SUMOylation of NaV1.2 channels regulates the velocity of backpropagating action potentials in cortical pyramidal neurons

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    This important work will be of interest to neuroscientists working on synaptic transmission and modulation of ion channel activity. This work provides solid evidence of how modulation of Nav1.2 channels by SUMOYLation alters the function of layer 5 pyramidal neurons, using convincing methodology that includes the use of a mouse engineered to eliminate the SUMOYLation site on Nav1.2. Some aspects need to be revised to strengthen data analysis and interpretation.

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Voltage-gated sodium channels located in axon initial segments (AIS) trigger action potentials (AP) and play pivotal roles in the excitability of cortical pyramidal neurons. The differential electrophysiological properties and distributions of Na V 1.2 and Na V 1.6 channels lead to distinct contributions to AP initiation and propagation. While Na V 1.6 at the distal AIS promotes AP initiation and forward propagation, Na V 1.2 at the proximal AIS promotes the backpropagation of APs to the soma. Here, we show the small ubiquitin-like modifier (SUMO) pathway modulates Na + channels at the AIS to increase neuronal gain and the speed of backpropagation. Since SUMO does not affect Na V 1.6, these effects were attributed to SUMOylation of Na V 1.2. Moreover, SUMO effects were absent in a mouse engineered to express Na V 1.2-Lys38Gln channels that lack the site for SUMO linkage. Thus, SUMOylation of Na V 1.2 exclusively controls I NaP generation and AP backpropagation, thereby playing a prominent role in synaptic integration and plasticity.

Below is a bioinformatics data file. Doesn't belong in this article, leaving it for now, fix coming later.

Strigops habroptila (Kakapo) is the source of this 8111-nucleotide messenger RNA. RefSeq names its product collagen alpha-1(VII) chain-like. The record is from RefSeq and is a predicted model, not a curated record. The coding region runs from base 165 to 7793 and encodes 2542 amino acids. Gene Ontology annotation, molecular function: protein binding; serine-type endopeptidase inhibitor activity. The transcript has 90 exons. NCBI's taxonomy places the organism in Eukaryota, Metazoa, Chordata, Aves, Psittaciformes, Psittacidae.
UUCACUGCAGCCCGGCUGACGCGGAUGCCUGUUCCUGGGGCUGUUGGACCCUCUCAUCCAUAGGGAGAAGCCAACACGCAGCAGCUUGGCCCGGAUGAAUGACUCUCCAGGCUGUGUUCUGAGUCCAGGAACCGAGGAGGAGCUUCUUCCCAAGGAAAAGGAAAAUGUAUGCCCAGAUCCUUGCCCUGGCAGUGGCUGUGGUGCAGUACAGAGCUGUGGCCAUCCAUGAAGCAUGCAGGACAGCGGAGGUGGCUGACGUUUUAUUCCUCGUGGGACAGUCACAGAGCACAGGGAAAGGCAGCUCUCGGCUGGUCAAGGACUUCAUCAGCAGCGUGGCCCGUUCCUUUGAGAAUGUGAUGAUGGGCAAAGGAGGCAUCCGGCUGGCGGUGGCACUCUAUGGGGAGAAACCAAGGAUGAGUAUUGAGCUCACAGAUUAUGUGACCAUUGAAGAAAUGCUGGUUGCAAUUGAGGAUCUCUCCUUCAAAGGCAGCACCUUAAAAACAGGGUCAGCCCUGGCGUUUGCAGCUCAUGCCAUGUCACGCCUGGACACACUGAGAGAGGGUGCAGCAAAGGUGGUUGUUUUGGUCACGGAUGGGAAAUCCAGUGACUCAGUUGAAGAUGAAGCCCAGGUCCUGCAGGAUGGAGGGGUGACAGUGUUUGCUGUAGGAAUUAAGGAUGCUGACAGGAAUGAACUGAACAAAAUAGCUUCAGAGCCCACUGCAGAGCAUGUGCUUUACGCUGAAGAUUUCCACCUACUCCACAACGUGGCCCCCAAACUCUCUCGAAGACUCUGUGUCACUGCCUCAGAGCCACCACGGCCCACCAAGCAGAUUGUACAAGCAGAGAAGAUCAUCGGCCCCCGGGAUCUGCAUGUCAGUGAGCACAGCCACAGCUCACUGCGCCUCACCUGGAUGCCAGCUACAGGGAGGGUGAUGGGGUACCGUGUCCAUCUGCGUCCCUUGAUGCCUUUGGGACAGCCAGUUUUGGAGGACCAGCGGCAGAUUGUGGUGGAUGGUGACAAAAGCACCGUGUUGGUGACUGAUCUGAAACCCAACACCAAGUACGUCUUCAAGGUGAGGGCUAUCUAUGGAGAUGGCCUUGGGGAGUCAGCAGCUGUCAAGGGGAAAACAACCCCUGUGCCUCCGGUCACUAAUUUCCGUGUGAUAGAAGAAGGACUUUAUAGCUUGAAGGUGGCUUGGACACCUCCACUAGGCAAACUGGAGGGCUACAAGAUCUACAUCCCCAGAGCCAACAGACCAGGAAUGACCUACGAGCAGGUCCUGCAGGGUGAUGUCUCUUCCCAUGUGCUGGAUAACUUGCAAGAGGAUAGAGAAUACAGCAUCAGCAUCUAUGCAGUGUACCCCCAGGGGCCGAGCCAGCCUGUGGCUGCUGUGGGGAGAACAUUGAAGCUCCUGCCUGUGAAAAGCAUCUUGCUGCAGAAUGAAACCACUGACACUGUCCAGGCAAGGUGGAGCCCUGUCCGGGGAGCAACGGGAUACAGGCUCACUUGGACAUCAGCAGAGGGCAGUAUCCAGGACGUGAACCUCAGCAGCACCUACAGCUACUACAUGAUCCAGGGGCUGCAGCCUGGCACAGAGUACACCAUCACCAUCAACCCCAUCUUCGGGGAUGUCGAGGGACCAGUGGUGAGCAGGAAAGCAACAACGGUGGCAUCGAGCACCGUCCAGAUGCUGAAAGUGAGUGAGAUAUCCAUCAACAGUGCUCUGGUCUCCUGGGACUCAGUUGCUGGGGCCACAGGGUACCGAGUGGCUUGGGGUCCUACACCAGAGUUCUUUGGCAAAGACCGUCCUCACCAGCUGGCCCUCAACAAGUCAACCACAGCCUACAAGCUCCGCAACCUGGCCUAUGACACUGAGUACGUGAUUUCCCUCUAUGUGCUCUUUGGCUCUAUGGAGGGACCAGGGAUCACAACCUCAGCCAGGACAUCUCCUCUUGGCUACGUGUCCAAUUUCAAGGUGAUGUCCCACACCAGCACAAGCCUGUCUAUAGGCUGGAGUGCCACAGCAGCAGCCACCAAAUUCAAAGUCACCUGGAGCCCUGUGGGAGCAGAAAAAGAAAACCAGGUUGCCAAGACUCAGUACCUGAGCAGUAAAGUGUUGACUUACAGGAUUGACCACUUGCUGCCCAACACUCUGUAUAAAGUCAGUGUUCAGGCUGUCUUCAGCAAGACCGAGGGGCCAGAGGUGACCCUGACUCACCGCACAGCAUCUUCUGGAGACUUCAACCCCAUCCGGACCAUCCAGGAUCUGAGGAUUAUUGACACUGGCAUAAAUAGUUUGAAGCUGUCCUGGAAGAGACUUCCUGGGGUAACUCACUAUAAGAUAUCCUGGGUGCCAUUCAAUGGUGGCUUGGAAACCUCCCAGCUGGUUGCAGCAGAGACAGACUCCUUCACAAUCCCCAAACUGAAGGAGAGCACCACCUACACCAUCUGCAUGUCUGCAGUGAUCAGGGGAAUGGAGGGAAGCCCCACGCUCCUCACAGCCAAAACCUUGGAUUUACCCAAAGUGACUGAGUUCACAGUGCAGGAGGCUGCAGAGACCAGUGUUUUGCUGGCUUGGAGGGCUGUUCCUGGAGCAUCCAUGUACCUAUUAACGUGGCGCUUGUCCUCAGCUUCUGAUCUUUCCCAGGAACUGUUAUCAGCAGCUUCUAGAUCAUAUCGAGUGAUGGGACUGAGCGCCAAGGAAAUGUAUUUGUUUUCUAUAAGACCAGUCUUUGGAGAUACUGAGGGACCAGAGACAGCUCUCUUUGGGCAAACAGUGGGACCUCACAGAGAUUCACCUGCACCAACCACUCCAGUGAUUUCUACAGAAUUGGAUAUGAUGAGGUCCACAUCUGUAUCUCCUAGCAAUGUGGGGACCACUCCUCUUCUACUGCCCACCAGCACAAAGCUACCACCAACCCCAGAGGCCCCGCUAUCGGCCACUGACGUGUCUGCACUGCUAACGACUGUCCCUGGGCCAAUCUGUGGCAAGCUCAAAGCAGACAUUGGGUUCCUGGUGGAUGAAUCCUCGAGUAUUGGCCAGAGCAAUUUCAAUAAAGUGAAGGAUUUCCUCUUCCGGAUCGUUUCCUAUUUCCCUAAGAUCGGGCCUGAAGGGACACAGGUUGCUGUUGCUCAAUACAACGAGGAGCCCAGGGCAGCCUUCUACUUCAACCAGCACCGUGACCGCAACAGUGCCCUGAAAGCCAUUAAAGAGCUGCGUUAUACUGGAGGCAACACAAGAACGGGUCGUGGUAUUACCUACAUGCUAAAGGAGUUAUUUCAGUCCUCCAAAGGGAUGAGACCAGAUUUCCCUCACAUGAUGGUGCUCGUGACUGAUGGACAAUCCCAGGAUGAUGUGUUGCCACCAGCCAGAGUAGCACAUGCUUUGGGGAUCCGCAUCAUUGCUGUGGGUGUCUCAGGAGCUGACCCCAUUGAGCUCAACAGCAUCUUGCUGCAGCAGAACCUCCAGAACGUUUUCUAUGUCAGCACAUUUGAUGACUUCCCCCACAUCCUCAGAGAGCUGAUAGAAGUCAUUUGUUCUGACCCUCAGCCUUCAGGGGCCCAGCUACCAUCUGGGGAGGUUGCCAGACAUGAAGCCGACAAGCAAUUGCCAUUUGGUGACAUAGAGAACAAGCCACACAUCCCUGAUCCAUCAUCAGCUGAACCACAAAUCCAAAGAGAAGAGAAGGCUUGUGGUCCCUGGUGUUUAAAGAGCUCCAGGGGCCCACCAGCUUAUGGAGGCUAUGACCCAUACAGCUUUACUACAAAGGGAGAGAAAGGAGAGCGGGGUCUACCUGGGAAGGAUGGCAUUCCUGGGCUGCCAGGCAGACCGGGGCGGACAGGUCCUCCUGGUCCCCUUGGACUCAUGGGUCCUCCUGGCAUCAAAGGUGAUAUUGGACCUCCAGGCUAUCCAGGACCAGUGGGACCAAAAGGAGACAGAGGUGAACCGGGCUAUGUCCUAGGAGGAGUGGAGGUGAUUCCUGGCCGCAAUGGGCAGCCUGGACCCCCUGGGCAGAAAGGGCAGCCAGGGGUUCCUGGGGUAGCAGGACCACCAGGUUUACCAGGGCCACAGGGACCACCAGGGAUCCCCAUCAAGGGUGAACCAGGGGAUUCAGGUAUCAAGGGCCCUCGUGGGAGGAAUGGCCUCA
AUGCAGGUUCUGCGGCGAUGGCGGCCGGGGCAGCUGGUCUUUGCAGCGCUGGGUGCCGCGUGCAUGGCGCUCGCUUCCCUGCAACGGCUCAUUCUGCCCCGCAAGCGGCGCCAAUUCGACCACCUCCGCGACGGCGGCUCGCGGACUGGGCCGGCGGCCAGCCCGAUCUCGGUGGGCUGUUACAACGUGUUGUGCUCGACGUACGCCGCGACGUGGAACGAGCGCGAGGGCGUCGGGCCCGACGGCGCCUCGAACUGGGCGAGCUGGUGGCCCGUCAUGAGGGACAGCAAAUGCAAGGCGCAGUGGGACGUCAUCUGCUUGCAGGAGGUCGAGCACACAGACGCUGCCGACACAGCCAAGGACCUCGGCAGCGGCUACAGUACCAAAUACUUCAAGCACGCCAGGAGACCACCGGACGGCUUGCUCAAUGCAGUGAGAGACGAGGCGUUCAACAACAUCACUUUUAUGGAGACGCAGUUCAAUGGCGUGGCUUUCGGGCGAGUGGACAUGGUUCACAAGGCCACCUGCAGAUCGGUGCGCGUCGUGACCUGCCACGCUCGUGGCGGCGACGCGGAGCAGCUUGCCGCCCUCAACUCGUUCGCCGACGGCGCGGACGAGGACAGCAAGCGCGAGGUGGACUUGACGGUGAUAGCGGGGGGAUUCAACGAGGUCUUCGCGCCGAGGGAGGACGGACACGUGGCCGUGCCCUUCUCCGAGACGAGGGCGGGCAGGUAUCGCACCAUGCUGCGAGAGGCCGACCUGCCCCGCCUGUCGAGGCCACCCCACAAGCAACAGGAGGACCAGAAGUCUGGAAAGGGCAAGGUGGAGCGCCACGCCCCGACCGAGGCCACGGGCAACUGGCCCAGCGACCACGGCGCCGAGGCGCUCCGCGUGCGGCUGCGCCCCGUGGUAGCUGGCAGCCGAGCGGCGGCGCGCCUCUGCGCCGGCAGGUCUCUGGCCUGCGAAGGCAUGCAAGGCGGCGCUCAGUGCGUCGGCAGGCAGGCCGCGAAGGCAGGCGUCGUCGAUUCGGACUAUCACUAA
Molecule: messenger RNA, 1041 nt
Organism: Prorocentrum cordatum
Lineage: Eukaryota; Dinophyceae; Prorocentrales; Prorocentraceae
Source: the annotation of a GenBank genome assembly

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  1. eLife assessment

    This important work will be of interest to neuroscientists working on synaptic transmission and modulation of ion channel activity. This work provides solid evidence of how modulation of Nav1.2 channels by SUMOYLation alters the function of layer 5 pyramidal neurons, using convincing methodology that includes the use of a mouse engineered to eliminate the SUMOYLation site on Nav1.2. Some aspects need to be revised to strengthen data analysis and interpretation.

  2. Reviewer #1 (Public Review):

    Previous work, much of it by some of the authors, has characterized modification of various ion channels by SUMOYLation. However, there has been relatively little work exploring the effects of such modulation on function of neurons. This manuscript begins by showing quite large reciprocal effects of either enhancing or reducing SUMOYLation in layer 5 pyramidal neurons. One of the effects found is a leftward shift of the voltage-dependence of persistent sodium current. The authors then test the hypothesis that these changes result in part from SUMOYLation of Nav1.2 channels, and using a mouse engineered to eliminate Nav1.2 SUMOYLation, nicely show that modulation of Nav1.2 shifts the voltage-dependence of Nav1.2 and speeds back-propagation of action potentials from the AIS into the soma.

    The results in the manuscript are interesting, important, and convincing. Besides being important for describing effects of SUMOYLation on overall neuronal function, the selectivity of SUMOYLation for modifying Nav1.2 but not Nav1.6 channels - and the observation of slowing of back-propagation but not forward propagation from the AIS - adds to the previous data on the distinct functional roles of Nav1.2 and Nav1.6 channels in the AIS.

    It is puzzling that the authors focused so much on the effects of SUMOYLation on back-propagation and so little on the large effect on the frequency of firing, which seemed quite dramatic and potentially equally or more important for overall neuronal function than speeding back-propagation. In fact, after introducing the idea that the change in the f-I slope might reflect modulation of Na channels, there is little further discussion of the significance of the changes in firing frequency. Evidently, selective modulation of Nav1.2 channels but not Nav1.6 channels greatly affects firing. Is this explained only by the leftward shift of persistent sodium current from Nav1.2 channels? Or does the leftward shift of Nav1.2 channel gating affect spike threshold? Does modeling of selective modulation of Nav1.2 channels capture these changes in firing frequency and the slope of the f-I curve?

  3. Reviewer #2 (Public Review):